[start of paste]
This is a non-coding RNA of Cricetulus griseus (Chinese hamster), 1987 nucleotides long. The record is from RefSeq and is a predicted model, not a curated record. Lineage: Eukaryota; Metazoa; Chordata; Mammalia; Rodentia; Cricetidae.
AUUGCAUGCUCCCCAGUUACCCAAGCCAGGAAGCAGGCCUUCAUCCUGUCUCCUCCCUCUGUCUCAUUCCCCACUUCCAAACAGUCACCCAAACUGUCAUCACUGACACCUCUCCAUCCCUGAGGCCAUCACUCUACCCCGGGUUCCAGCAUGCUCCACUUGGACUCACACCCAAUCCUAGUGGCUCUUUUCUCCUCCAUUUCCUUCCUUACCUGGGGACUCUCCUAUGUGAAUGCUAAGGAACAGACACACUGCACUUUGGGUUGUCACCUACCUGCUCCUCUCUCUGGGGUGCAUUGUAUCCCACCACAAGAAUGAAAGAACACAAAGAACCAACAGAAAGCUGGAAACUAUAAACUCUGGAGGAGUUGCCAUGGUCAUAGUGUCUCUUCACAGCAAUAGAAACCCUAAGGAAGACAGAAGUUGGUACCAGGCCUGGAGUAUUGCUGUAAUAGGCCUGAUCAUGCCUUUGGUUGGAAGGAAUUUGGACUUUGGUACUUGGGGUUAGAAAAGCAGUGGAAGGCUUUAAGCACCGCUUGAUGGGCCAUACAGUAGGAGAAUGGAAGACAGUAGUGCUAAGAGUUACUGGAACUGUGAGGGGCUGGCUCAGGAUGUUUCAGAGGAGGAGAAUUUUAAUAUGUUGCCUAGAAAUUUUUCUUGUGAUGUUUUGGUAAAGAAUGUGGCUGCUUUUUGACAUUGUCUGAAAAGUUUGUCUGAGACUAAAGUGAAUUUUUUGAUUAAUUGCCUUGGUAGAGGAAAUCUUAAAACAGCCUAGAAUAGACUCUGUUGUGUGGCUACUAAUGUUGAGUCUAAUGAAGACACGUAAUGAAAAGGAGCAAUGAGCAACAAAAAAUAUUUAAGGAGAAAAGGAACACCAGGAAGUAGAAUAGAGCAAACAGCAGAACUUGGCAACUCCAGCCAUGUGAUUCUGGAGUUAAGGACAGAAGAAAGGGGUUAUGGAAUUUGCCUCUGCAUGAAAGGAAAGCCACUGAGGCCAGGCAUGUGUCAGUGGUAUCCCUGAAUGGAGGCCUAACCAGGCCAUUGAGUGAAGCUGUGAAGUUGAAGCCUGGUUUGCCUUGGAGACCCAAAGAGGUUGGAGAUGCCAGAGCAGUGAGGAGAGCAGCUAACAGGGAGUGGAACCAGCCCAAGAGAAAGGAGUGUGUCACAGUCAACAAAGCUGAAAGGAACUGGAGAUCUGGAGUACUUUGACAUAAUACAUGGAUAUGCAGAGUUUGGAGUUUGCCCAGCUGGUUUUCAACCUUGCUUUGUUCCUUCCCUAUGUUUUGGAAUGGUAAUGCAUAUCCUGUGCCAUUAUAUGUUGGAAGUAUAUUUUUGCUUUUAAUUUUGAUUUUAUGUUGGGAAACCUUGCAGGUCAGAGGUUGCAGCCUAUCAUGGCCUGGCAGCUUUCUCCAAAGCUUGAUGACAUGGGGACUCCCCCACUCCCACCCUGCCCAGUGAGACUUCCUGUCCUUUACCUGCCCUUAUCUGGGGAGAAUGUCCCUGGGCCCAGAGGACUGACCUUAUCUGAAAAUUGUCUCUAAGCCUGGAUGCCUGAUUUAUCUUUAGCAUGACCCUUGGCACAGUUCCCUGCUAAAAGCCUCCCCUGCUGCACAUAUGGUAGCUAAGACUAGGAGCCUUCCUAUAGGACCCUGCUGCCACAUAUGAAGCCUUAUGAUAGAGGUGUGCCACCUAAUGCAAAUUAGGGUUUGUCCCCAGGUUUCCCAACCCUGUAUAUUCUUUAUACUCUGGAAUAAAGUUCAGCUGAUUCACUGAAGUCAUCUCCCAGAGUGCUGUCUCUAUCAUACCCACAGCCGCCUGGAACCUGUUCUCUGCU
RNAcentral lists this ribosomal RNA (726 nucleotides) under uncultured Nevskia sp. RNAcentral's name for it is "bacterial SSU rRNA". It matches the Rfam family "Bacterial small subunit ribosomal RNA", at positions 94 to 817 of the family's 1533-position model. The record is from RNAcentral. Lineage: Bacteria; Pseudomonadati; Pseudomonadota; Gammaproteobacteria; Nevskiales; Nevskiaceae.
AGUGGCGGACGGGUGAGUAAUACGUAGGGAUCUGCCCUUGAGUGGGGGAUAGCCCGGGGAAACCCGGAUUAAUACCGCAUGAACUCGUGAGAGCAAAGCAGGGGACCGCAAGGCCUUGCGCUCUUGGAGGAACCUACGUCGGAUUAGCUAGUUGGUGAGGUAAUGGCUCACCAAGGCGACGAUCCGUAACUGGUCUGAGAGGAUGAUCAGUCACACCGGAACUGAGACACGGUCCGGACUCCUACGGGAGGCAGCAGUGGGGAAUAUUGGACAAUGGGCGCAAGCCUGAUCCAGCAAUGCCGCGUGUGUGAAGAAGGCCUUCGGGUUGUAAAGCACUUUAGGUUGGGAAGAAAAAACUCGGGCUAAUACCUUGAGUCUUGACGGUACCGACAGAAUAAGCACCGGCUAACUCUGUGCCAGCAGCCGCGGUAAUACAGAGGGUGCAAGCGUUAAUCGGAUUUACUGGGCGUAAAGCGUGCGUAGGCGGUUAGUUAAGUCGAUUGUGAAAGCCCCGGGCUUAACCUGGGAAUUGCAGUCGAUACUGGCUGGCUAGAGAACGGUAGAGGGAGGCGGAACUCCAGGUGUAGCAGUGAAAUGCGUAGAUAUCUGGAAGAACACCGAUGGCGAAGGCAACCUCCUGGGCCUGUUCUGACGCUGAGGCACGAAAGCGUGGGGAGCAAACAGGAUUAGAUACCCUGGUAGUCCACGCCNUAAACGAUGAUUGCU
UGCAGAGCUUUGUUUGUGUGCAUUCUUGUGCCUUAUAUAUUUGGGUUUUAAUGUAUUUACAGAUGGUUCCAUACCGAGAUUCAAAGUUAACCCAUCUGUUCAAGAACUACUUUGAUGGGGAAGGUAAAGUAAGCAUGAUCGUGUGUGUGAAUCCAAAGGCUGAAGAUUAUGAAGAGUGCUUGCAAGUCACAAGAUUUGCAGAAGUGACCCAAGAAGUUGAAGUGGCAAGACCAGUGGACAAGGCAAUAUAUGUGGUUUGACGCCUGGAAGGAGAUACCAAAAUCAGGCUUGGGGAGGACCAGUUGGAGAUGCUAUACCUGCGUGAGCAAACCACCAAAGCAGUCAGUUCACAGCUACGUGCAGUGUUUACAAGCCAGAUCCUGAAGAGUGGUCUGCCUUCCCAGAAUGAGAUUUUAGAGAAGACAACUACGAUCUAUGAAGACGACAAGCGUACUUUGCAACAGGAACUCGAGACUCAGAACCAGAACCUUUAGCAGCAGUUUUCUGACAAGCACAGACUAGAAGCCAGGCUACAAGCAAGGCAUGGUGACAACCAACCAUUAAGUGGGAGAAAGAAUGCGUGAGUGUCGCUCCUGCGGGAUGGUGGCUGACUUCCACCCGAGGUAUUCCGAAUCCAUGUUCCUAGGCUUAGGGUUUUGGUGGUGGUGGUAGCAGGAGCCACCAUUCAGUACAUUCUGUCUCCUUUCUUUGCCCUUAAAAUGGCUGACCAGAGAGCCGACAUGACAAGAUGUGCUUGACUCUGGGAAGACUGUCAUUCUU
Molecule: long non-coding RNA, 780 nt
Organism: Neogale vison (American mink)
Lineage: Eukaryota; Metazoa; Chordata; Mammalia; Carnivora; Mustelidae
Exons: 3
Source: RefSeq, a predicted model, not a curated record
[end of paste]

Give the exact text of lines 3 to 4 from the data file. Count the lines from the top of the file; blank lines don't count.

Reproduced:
RNAcentral lists this ribosomal RNA (726 nucleotides) under uncultured Nevskia sp. RNAcentral's name for it is "bacterial SSU rRNA". It matches the Rfam family "Bacterial small subunit ribosomal RNA", at positions 94 to 817 of the family's 1533-position model. The record is from RNAcentral. Lineage: Bacteria; Pseudomonadati; Pseudomonadota; Gammaproteobacteria; Nevskiales; Nevskiaceae.
AGUGGCGGACGGGUGAGUAAUACGUAGGGAUCUGCCCUUGAGUGGGGGAUAGCCCGGGGAAACCCGGAUUAAUACCGCAUGAACUCGUGAGAGCAAAGCAGGGGACCGCAAGGCCUUGCGCUCUUGGAGGAACCUACGUCGGAUUAGCUAGUUGGUGAGGUAAUGGCUCACCAAGGCGACGAUCCGUAACUGGUCUGAGAGGAUGAUCAGUCACACCGGAACUGAGACACGGUCCGGACUCCUACGGGAGGCAGCAGUGGGGAAUAUUGGACAAUGGGCGCAAGCCUGAUCCAGCAAUGCCGCGUGUGUGAAGAAGGCCUUCGGGUUGUAAAGCACUUUAGGUUGGGAAGAAAAAACUCGGGCUAAUACCUUGAGUCUUGACGGUACCGACAGAAUAAGCACCGGCUAACUCUGUGCCAGCAGCCGCGGUAAUACAGAGGGUGCAAGCGUUAAUCGGAUUUACUGGGCGUAAAGCGUGCGUAGGCGGUUAGUUAAGUCGAUUGUGAAAGCCCCGGGCUUAACCUGGGAAUUGCAGUCGAUACUGGCUGGCUAGAGAACGGUAGAGGGAGGCGGAACUCCAGGUGUAGCAGUGAAAUGCGUAGAUAUCUGGAAGAACACCGAUGGCGAAGGCAACCUCCUGGGCCUGUUCUGACGCUGAGGCACGAAAGCGUGGGGAGCAAACAGGAUUAGAUACCCUGGUAGUCCACGCCNUAAACGAUGAUUGCU